The coin in which the Bank of England made its loans to the State, and paid, on account of the State, the interest on the public debt. It was not enough that the bank gave with one hand and took back more with the other; it remained, even whilst receiving, the eternal creditor of the nation down to the last shilling advanced. Gradually it became inevitably the receptacle of the metallic hoard of the country, and the centre of gravity of all commercial credit.
With the national debt arose an international credit system, which often conceals one of the sources of primitive accumulation in this or that people. Thus the villainies of the Venetian thieving system formed one of the secret bases of the capital-wealth of Holland to whom Venice in her decadence lent large sums of money. So also was it with Holland and England. By the beginning of the 18th century the Dutch manufactures were far outstripped.
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Holland had ceased to be the nation preponderant in commerce and industry. One of its main lines of business, therefore, from , is the lending out of enormous amounts of capital, especially to its great rival England. The same thing is going on today between England and the United States. A great deal of capital, which appears today in the United States without any certificate of birth, was yesterday, in England, the capitalised blood of children. The loans enable the government to meet extraordinary expenses, without the tax-payers feeling it immediately, but they necessitate, as a consequence, increased taxes.
Dumbledore explained to Harry the various potent magical powers of the Phoenix and they both watched him rebirth from his ashes. Harry then used the sword to slay Slytherin's basilisk. Fawkes shed healing tears upon Harry's wounds, inflicted by the Basilisk before its death, and cured him of its venom.
Fawkes then dropped Tom Riddle's Diary into Harry's lap, giving Harry the chance to destroy it with one of the basilisk's fangs. As a phoenix can lift a great weight with its tail in flight; when Harry grasped Fawkes' tail in the Chamber of Secrets , he felt as if he were becoming weightless — which is saying something, as Ron , Ginny , and Gilderoy Lockhart were in turn hanging on to him. Later, in his office, Dumbledore revealed where Fawkes had come from — when the memory of Tom Riddle declared that he would go on to become the greatest sorcerer in the world, Harry responded that " Albus Dumbledore is the greatest wizard in the world!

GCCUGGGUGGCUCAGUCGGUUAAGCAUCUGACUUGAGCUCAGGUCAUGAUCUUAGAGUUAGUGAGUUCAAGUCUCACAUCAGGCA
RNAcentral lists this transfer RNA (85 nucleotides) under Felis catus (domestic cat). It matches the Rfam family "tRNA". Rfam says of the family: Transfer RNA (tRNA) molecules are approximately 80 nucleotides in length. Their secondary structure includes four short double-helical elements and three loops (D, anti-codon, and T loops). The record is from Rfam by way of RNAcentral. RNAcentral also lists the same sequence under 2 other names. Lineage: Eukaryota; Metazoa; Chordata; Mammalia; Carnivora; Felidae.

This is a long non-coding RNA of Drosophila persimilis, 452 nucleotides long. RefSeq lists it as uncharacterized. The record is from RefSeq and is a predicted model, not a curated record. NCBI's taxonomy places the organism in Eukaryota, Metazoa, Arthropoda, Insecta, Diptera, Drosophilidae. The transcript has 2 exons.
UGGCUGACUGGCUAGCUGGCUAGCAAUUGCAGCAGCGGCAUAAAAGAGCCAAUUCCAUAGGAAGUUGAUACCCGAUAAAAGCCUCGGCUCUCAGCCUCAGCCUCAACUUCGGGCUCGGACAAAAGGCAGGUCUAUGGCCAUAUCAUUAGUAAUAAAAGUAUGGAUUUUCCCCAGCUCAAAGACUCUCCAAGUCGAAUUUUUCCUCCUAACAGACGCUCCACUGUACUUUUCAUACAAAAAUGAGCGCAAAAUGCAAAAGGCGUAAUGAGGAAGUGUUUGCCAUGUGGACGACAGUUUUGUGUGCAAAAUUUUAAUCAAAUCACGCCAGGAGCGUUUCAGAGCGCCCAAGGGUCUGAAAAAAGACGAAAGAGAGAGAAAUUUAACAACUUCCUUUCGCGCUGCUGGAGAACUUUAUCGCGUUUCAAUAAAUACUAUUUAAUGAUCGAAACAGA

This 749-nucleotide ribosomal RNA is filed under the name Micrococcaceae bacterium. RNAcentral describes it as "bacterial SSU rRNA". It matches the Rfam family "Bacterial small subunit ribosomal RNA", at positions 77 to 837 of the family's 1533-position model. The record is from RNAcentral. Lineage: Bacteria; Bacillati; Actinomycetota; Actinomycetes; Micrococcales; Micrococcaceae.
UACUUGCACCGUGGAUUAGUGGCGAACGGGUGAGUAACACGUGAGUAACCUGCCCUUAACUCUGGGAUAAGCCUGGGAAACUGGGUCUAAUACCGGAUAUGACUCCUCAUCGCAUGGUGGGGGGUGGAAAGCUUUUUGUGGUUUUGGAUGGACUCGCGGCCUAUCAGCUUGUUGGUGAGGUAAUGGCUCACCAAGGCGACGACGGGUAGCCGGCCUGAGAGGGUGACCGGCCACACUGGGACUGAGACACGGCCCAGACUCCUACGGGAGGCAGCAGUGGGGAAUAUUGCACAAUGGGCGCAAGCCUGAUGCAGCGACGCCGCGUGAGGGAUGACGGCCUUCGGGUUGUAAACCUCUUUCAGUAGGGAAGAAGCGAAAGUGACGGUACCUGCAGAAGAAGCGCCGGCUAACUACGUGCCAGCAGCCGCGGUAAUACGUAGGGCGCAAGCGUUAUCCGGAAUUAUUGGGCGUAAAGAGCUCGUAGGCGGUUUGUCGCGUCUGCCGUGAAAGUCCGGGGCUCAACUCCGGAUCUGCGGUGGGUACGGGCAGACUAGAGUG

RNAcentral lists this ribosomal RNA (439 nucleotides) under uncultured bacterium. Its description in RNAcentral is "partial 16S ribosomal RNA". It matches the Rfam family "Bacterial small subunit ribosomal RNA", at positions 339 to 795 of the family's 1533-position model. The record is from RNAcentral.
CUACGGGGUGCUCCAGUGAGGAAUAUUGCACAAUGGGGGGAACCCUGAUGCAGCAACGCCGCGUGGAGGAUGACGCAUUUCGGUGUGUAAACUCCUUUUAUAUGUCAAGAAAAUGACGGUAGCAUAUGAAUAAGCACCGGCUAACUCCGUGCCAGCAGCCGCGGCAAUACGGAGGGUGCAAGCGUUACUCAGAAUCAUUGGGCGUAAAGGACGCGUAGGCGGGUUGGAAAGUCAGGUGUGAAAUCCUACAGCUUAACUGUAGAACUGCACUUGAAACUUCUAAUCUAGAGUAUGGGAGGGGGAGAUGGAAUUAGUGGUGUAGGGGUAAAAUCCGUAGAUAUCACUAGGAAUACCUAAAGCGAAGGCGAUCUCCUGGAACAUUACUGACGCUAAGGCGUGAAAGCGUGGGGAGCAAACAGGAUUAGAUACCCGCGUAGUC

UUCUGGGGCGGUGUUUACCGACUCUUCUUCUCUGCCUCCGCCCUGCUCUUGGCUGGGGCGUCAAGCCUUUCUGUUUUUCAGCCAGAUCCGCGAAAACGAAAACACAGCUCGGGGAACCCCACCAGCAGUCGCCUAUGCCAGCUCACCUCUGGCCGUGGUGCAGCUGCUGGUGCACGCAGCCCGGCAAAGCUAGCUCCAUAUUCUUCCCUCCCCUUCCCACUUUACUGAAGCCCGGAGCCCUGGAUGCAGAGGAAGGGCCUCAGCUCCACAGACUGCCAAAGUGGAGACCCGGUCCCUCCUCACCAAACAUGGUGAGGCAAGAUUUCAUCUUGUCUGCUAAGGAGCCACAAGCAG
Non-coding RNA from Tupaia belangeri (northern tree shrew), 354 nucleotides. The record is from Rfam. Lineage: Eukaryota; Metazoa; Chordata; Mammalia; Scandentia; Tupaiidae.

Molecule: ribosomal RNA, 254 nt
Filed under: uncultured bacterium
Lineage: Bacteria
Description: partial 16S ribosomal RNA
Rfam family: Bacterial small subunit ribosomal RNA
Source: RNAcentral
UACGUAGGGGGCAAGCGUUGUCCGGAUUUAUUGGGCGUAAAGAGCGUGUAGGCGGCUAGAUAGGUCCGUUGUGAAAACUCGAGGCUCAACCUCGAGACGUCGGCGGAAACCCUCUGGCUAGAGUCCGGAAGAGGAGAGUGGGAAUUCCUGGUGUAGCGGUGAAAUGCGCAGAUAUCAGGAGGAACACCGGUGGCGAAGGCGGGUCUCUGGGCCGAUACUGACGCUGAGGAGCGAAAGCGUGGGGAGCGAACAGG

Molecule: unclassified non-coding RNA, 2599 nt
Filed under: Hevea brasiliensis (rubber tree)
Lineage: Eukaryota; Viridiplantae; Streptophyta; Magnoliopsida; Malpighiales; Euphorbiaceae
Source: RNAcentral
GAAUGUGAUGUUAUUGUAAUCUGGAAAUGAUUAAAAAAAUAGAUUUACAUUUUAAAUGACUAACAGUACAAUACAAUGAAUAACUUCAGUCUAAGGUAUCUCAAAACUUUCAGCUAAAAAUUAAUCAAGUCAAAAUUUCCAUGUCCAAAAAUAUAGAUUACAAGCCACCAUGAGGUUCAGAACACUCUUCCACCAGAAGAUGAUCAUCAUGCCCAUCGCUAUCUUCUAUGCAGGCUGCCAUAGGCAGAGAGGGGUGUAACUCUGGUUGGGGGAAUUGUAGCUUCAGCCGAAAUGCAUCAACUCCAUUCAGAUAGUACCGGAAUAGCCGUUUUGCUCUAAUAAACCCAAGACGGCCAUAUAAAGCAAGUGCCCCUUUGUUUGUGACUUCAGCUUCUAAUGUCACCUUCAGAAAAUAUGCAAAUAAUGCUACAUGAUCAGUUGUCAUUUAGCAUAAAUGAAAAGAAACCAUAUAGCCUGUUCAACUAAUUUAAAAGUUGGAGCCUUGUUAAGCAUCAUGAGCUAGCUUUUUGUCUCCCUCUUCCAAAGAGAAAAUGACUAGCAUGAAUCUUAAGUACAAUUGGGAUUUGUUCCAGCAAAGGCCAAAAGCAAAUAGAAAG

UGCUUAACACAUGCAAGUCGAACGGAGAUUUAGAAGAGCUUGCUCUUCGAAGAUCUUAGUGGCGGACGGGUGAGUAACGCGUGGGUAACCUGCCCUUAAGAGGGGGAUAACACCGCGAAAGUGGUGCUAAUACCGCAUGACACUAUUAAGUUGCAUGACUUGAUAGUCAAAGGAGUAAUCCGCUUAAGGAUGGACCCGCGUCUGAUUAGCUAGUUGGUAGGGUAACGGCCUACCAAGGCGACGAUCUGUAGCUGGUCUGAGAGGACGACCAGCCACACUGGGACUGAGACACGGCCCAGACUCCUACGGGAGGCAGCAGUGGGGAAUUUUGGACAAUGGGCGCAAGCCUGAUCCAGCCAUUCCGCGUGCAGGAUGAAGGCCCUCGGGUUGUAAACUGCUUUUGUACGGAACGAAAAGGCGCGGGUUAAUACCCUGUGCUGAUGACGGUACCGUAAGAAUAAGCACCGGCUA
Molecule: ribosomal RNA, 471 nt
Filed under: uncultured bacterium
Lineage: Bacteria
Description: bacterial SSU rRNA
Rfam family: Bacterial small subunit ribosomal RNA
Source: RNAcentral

This act of supreme loyalty was apparently enough to summon Fawkes to the Chamber. During this conversation, Dumbledore revealed that Fawkes was the phoenix who had donated his tail feathers to Harry and Voldemort's wands, while Fawkes used his tears to heal the wound in Harry's leg that was caused by an Acromantula in the third task of the tournament.
In late , Fawkes served as a means of communication between members of the Order and Dumbledore, after learning Arthur Weasley had been attacked by Voldemort's snake, Nagini , while Arthur was guarding The Prophecy. During Dumbledore's duel against Lord Voldemort in the ministry atrium in , Fawkes swallowed a Killing Curse intended for Dumbledore, thus giving Dumbledore time to defend himself against Voldemort's second oncoming attack. He burst into flame upon swallowing the curse and was later reborn from the ashes.
Fawkes flies away from Hogwarts. After Dumbledore died during the Battle of the Astronomy Tower in at the assumed hands of Severus Snape, Fawkes sang his Lament to the assembled mourners. This Lament affected all with its beauty. Fawkes subsequently left Hogwarts, as his ties to the school were now dead. He never returned and became a wild Phoenix once more. Fawkes had crimson feathers on his body and a golden tail as long as a peacock's. He was roughly the size of a swan.
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His claws and beak were gleaming gold — the latter was "long" — and his eyes are black. The scarlet body feathers glowed faintly in darkness, while the golden tail feathers were hot to the touch, though it is unknown if they were actually capable of burning someone as neither Harry — when Fawkes carried him from the Chamber of Secrets in — nor Dumbledore — when he escaped the Ministry officials with Fawkes's help in — were burned by his tail feathers, however it is possible that Fawkes could control the temperature of his tail feathers and chosen not to burn them.
Fawkes served as Albus Dumbledore 's messenger and his constant companion, forming a close bond with the old wizard. Fawkes was also affiliated with Harry Potter and the members of the Order of the Phoenix and was the inspiration for its name. Fawkes was extremely loyal and courageous, as displayed by his attack on Salazar Slytherin's basilisk and his defence of Dumbledore during his duel with Voldemort. Considering he came back to life every time he died he didn't really have much reason to fear death and was therefore willing to sacrifice himself for people who won his loyalty.